When it comes to the compressed air system in your workshop, the system’s efficiency is vital to overall performance and impacts system operational costs.
With any compressed air system, the goal is to operate it at the lowest pressure possible while maintaining sufficient energy for all operations and equipment. Operating at less than optimal pressure has a negative impact on tool performance and also on the quality of finished products.
According to the US Department of Energy, 20-30% of the average air compressor’s output is lost through air leaks. This means choosing an air compressor that best fits your workshop’s needs can mean significant savings over the course of the year.
Scheduled preventative compressor maintenance not only allows you to address potential problems before they have an impact on your work but also avoid shutdowns or product damage.
Make Preventative Compressor Maintenance a Priority
Whether your compressor is air-cooled, lubricant-injected, or lubricant-free, there are several tasks that should be handled on a routine basis to optimize its lifespan and maintain high performance.
Among the most common – and damaging – issues impacting compressed air system efficiency include:
Condensation – a buildup of condensation can lead to rust and corrosion, damaged circuits and pneumatic controls, as well as ice buildup, clogged lines, or damaged equipment. Moisture can also reach the final product and cause damage or a decrease in quality (ex. the paint job on a vehicle).
Contaminants – there are three types of contaminants that can end up in your compressed air system: water, solid particles, and oil. These contaminants can interfere with the efficiency of your compressed air system and its air purity. Contaminants clog valves, cylinders, and drains. Finally, contaminants can ruin a final product or reduce its quality – both bad for business.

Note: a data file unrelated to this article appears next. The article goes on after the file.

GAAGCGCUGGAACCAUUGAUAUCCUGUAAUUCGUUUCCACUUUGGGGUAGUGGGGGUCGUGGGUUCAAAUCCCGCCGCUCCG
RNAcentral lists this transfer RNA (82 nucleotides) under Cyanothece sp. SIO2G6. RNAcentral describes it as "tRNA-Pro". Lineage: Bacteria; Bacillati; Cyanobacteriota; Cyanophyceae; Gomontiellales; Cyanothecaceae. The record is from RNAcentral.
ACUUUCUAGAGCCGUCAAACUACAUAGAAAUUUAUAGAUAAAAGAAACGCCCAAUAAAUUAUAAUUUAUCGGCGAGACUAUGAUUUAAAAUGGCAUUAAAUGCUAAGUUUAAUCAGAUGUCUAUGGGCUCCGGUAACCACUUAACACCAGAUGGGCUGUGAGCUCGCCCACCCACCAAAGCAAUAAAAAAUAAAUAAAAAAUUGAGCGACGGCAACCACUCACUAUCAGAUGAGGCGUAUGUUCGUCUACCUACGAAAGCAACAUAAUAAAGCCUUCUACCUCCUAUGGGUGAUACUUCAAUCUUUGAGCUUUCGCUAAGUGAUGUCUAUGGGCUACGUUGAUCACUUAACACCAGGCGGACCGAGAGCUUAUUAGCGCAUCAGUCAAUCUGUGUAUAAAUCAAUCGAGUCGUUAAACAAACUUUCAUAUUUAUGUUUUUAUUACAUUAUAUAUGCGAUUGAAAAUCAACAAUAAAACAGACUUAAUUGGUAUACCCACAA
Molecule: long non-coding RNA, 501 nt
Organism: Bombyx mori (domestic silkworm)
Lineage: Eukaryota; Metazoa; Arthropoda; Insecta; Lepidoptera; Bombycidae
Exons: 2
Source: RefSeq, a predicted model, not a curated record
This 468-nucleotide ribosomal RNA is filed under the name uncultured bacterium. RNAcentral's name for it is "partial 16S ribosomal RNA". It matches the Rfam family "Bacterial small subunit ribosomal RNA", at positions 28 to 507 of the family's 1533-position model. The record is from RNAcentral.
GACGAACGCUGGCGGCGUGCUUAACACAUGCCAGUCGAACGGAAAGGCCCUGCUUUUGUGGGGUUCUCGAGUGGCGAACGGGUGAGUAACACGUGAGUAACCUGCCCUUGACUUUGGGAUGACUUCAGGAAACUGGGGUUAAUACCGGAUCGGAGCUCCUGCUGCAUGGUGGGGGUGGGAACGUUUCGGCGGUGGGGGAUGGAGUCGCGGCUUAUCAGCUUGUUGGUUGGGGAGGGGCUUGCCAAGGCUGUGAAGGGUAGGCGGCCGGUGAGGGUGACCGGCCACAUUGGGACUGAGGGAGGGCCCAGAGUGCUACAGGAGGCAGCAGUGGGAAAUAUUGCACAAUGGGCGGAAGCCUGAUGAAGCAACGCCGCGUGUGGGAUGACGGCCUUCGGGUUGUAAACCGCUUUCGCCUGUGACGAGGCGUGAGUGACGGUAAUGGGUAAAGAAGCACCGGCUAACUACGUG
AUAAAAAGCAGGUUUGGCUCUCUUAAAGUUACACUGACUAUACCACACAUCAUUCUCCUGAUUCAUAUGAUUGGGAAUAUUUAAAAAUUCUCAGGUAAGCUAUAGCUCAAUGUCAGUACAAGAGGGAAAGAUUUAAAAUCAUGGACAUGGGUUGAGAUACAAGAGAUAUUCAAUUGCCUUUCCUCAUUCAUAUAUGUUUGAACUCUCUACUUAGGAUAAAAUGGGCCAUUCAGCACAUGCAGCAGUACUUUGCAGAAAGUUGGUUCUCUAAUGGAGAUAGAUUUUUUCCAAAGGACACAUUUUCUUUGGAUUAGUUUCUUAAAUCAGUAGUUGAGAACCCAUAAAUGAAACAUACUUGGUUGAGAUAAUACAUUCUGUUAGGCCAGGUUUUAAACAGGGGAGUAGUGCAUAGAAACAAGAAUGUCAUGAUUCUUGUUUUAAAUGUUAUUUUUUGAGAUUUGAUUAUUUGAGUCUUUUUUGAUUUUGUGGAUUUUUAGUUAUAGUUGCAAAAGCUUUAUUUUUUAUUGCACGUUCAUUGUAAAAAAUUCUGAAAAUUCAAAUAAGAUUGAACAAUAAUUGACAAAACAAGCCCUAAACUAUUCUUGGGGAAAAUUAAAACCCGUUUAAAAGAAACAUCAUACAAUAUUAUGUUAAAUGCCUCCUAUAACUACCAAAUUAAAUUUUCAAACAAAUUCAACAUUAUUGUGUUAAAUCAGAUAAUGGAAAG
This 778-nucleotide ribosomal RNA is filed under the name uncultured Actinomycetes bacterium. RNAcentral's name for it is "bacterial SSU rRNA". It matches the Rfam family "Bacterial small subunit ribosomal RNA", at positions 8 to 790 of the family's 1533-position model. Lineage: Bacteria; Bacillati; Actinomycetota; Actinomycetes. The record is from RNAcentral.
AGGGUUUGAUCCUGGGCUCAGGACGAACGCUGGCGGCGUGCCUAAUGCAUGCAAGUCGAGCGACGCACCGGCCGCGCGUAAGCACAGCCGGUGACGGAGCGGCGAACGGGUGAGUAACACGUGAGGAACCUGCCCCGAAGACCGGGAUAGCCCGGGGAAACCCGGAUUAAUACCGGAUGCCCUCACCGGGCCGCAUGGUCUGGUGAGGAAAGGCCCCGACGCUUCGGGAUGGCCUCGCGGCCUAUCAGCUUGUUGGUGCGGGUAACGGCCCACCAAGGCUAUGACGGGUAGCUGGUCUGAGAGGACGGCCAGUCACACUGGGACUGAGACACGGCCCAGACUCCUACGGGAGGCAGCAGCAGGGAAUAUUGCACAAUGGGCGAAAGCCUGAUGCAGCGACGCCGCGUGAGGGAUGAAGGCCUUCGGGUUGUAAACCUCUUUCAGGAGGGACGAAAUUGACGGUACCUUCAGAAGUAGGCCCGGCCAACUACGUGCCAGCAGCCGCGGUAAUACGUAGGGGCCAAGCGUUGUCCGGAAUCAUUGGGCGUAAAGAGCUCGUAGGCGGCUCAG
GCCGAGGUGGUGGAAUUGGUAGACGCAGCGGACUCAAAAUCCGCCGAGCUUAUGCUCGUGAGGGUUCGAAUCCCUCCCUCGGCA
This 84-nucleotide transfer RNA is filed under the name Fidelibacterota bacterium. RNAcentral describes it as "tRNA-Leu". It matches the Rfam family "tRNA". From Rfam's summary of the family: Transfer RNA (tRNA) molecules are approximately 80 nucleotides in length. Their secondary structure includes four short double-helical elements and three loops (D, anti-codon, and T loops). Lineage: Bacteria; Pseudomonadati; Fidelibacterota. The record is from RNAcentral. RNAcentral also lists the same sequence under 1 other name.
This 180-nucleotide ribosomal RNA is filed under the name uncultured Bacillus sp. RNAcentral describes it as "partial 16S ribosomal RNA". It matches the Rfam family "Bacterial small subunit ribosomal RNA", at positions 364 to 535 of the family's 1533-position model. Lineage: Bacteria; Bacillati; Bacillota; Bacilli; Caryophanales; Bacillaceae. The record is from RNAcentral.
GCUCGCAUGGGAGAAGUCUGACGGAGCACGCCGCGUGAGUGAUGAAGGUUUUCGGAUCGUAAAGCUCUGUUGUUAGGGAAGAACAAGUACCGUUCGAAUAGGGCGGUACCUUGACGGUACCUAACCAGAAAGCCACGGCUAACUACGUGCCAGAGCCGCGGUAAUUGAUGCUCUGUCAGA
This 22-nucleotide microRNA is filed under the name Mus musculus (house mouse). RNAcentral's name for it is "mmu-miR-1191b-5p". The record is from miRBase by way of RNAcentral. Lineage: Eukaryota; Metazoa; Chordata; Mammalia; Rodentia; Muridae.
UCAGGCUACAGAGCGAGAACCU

Scheduled and comprehensive evaluations of your system help you save money, reduce system downtime, lower energy costs, and improve your compressor’s performance and efficiency. Always refer to the maintenance guide for your compressor for specific maintenance requirements.
As a guideline, a thorough preventative compressor maintenance schedule could include:
Check lubricant levels, empty, and refill as necessary
Check lubricant to make sure it is not discolored -- if discolored, it needs to be replaced
Empty water out of the receiver tank
Visually inspect compressor and check for leaks
Monitor gauges for normal operation
Observe for unusual noise/vibration
Check pressure relief valves
Inspect for air leaks
Clean the air intake filter
Inspect the belt tension inside an air-cooled, reciprocating compressor
Service the air filter
Clean the aftercooler and fluid cooler fins
For a lubricant-injected rotary compressor:
Wipe down the entire unit
For a lubricant-free, rotary screw compressor:
Check the pressure drop over the filters
Inspect filters for cleanliness and damage & replace as necessary
Check the cooler
For a lubricant-injected compressor:
Take fluid samples and change the fluid filter
Check the pressure relief valve
For a lubricant-free compressor:
Clean the compressor
Test the safety valve
Inspect and clean the electronic drain
For an air-cooled compressor:
Change out the lubricant
Check valves for signs of leaks
Clean the crankcase (don’t forget the strainer screen)
Examine motor-area contact points
Evaluating Compressors Before Purchase
As compressors often represent a significant investment, it’s critical to take a hard look at the options available. One of the best resources to consult is a compressor’s manufacturer – they’re able to provide detailed information on performance, such as expected pressure drops.
Other elements to consider when assessing compressors include:
Compressor requirements (and how they impact compressor performance)
Storage tanks & drain types
Plant volume requirements are the #1 factor for determining the size of the compressor needed. To determine compressor requirements for a new facility, it’s important to know the technical specifications for the equipment. Create a spreadsheet that includes data on:
The minimum and maximum CFM required
The minimum PSI requirements
The amount of run time each shift for each piece of equipment
The number of machines running at the same time
The amount of time those machines will run simultaneously